Cell-free DNA illustrationOptimum plasma sample collection and handling for cell-free DNA liquid biopsies

A recent publication indicates the best way to preserve intact cell-free DNA for any minimally-invasive genomic assay

Liquid biopsy, whether examining cell-free DNA or circulating tumor cells (CTCs), is a very promising approach for non-invasive cancer management. In particular, cell-free DNA approaches in plasma are expanding their repertoire of analytes to include MSI immunotherapy markers from blood plasma, to include a measurement of Tumor Mutational Burden (TMB) from circulating tumor DNA, and even a "'Blood First' Cancer Testing Paradigm" as applying liquid biopsy as a replacement for invasive lung cancer biopsy.

There are practical pre-analytical challenges to the implementation of new 'liquid biopsy' assays that examine circulating cell-free DNA. Here we will address post-collection sample handling and plasma preparation; in a later article we will address purification of cell-free DNA from collected plasma samples.

Standard sample handling for cell-free DNA

The importance of standardized sample handling in the context of cell-free DNA analysis cannot be overstated. The amount of circulating tumor DNA (and circulating tumor methylated DNA) in the bloodstream is only a small fraction; indeed at the 2017 FDA/AACR Liquid Biopsy Meeting both Foundation Medicine and Guardant Health indicated the median allele-frequency of the mutations they detect are on the order of 0.5%. One-half of one percent is 1 in 200 parts; this approaches the accuracy of the sequencing itself, and special techniques such as molecular barcoding and error-correcting schemes have to be utilized.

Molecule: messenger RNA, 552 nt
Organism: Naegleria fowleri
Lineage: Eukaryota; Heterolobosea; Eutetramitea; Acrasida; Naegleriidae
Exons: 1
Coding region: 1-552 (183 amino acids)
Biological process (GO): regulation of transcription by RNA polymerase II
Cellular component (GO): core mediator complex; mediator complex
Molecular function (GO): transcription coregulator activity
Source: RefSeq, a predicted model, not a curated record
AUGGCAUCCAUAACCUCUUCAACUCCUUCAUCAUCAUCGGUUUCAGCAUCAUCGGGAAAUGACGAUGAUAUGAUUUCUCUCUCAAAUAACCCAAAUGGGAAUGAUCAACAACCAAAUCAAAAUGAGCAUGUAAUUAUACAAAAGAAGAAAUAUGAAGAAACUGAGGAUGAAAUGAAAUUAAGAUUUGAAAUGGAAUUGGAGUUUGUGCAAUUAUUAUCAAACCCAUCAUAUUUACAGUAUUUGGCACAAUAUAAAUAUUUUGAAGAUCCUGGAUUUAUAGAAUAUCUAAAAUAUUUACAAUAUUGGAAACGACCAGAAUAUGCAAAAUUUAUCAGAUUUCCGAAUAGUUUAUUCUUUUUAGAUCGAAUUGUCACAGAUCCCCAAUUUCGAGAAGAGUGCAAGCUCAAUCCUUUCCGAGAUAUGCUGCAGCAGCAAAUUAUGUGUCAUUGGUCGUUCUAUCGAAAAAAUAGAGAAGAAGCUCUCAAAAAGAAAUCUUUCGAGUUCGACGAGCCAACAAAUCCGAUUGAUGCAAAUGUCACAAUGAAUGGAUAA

If the samples are not handled correctly post blood collection, the amount of leukocyte lysis will occur, effectively diluting the rare signal present, making detection all the more difficult.

The practicalities of a clinical setting

In a hospital environment where blood samples are collected and processed, the clinical laboratory may be accustomed to running different kinds of requirements for different kinds of blood-based tests. For protein analytes, the sample is serum (blood allowed to clot at room temperature for 15-30 minutes, followed by centrifugation). For plasma, different preservatives are commonly found, including heparin (green top), citrate (light blue top), or EDTA (lavender top), depending on the specific downstream test to be performed.

For plasma preparation, centrifugation removes cells at 1,000 - 2,000 xg for 10 minutes while a 15 minute spin at 2,000 xg depletes platelets, and samples frozen at -20C afterward.

There are no 'standard' procedures for EDTA tubes

In the hospital environment, while there are rules and limitations, if there aren't rules you can expect plenty of variation. For example, in plasma preparation you can use one of the aforementioned collection tubes: citrate, heparin or EDTA, and all can be processed to obtain plasma. However, only one is suitable for cell-free DNA work, and that is EDTA ("lavender top").